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Original Fee-For-Service Medicare: Eligibility

When Can I Enroll In Medicare Parts A, B and/or D?

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Part A - Hospital Insurance

You may apply for Medicare Part A at any time you are eligilble.

Coverage may be retroactive for up to six months.

If you are already receiving monthly benefit payments from Social Security or a Railroad Retirement Benefit, Medicare coverage will automatically start on the date you become eligible. For example, if you have been getting Social Security Disability Income (SSDI) for 24 months, you will automatically receive Medicare. Likewise, if you take early retirement before age 65, Medicare will also automatically start when you turn 65.

Parts B and D - Medical Insurance

Parts B and D - Medical and Drug coverages are optional or voluntary coverage that can be obtained during an "Initial Enrollment Period," during a "Special Enrollment Period" or during a ""General Enrollment Period." The rules differ with respect to each enrollment period. See Medicare -- Schedule of Benefits for a description of what Parts B and D cover. See Medicare Premiums for a discussion of the cost of Parts B and D, and help in paying that cost.

Initial Enrollment Period is the four months before and three months after the month that you turn 65.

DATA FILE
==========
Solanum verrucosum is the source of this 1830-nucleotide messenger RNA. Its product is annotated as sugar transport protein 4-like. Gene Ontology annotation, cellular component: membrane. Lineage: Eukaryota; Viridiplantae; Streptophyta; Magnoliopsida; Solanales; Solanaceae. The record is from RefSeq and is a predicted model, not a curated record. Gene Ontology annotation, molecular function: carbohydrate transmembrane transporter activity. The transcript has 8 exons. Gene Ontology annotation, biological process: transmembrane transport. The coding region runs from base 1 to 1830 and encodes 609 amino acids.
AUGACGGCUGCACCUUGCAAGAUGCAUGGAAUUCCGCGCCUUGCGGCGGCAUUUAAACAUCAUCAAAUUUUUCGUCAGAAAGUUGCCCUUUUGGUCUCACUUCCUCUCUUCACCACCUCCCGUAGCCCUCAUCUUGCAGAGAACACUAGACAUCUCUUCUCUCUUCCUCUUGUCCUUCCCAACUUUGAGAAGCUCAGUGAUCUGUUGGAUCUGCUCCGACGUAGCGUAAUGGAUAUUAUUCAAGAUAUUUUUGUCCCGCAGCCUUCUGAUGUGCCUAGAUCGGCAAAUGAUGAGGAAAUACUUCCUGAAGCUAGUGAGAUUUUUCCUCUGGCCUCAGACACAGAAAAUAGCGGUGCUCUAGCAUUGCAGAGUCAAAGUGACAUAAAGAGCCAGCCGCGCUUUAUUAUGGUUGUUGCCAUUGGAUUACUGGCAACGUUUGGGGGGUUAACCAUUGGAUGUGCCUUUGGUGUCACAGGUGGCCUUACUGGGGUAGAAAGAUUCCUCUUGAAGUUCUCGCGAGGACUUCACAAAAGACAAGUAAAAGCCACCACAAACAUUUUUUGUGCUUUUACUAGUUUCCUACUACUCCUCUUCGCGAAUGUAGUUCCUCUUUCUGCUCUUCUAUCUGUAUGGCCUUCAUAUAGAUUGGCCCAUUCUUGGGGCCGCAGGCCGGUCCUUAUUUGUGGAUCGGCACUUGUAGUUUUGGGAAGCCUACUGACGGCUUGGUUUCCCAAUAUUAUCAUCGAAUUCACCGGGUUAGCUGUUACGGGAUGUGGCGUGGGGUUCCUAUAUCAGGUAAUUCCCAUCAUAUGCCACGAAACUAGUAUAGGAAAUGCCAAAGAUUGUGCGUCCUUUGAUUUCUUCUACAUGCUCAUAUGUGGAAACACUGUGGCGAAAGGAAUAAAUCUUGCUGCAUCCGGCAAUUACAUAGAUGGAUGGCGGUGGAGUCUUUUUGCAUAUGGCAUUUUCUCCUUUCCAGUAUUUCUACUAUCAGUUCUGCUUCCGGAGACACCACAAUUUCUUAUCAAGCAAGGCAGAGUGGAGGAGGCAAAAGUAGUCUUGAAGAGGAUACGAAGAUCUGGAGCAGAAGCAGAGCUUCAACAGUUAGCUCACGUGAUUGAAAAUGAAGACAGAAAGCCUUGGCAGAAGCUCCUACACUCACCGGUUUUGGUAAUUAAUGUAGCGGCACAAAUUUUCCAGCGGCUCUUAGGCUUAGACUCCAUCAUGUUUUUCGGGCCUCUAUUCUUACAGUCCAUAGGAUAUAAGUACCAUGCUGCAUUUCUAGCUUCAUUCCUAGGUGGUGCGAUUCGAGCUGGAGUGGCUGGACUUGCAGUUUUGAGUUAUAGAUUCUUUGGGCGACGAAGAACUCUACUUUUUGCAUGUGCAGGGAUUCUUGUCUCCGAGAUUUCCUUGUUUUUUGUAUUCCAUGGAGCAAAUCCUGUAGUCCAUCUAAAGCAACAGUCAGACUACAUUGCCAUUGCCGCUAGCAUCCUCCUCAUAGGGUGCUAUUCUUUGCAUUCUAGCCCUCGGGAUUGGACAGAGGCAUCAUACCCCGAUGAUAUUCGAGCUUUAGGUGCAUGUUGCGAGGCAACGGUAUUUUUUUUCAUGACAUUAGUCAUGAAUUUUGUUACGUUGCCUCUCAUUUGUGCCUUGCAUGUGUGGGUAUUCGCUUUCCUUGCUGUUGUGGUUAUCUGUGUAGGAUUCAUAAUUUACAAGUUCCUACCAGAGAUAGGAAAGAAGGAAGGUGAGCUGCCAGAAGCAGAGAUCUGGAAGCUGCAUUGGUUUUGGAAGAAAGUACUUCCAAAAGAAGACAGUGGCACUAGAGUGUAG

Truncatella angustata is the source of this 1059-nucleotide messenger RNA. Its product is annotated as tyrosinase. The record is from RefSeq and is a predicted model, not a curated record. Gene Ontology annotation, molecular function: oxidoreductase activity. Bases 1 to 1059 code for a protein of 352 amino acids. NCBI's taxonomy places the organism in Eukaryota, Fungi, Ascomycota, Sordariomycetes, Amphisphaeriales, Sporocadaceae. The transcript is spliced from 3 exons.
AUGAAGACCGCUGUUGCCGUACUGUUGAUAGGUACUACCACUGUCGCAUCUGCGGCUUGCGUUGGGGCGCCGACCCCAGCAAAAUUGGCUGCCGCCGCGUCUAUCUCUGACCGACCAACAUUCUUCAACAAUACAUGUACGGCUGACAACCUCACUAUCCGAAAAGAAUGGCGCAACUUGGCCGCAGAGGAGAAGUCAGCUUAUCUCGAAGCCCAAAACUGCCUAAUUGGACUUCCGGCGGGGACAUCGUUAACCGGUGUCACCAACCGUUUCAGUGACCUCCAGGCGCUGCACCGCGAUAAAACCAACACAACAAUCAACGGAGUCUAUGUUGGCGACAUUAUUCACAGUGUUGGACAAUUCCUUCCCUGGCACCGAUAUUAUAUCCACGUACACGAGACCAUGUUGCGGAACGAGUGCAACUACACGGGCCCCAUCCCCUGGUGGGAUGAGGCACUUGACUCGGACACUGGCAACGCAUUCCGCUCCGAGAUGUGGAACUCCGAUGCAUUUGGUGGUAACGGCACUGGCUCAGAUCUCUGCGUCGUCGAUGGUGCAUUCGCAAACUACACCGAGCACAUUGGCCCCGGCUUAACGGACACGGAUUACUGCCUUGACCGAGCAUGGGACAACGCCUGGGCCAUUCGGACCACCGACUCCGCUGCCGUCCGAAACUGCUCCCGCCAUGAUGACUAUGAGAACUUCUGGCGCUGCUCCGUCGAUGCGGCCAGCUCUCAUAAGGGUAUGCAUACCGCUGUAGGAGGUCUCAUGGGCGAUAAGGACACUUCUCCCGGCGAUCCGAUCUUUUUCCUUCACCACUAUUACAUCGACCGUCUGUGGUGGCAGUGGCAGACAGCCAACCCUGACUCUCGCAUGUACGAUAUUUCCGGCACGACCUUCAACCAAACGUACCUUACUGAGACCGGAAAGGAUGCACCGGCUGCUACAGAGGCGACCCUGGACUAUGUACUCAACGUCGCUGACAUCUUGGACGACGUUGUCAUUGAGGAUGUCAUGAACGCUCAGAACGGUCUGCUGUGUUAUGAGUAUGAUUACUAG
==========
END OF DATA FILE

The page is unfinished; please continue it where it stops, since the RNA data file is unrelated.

General Enrollment Period is available January 1 through March 31 each year if you did not enroll during the Initial Enrollment Period or declined it when you were automatically enrolled. People who enroll during this period generally must pay a penalty. To learn more, see: Medicare Premiums.

Special Enrollment Period is available when you did not enroll in Part B Medical Insurance because you were covered by an employer or union group health plan when you declined Part B coverage.

There is generally no penalty added to the premiums for enrolling in Part B during the Special Enrollment Period.

If you weren't a member of an employer or union group health plan, and decided not to take Part B or dropped it, you can only get Part B during a General Enrollment period, and will probably have to pay a penalty.

Under the Special Enrollment Period, you may enroll:

  • Anytime you are still covered by the employer or union group health plan through you or your spouse's current or active employment, or
  • Within 8 months of the date when the employer or union group health plan coverage ends, or the employment ends, whichever is first. The 8 month period is counted starting the month after coverage or employment ends, whichever ends first. For example, if your group coverage stops on June 10, 2010 the 8 month enrollment period will end the end of February 2011, which is 8 months from July 1, 2010. (To avoid a gap in coverage, you can apply for Medicare up to 3 months before you become eligible.)

Your right to a Special Enrollment Period lasts as long as you are covered under an employer group health plan. For example, if you originally enrolled in Part B and later realized you didn't need it because of your employer group coverage, you can drop Part B and still have a guaranteed right to add it back without penalty just before the employer group coverage ends.

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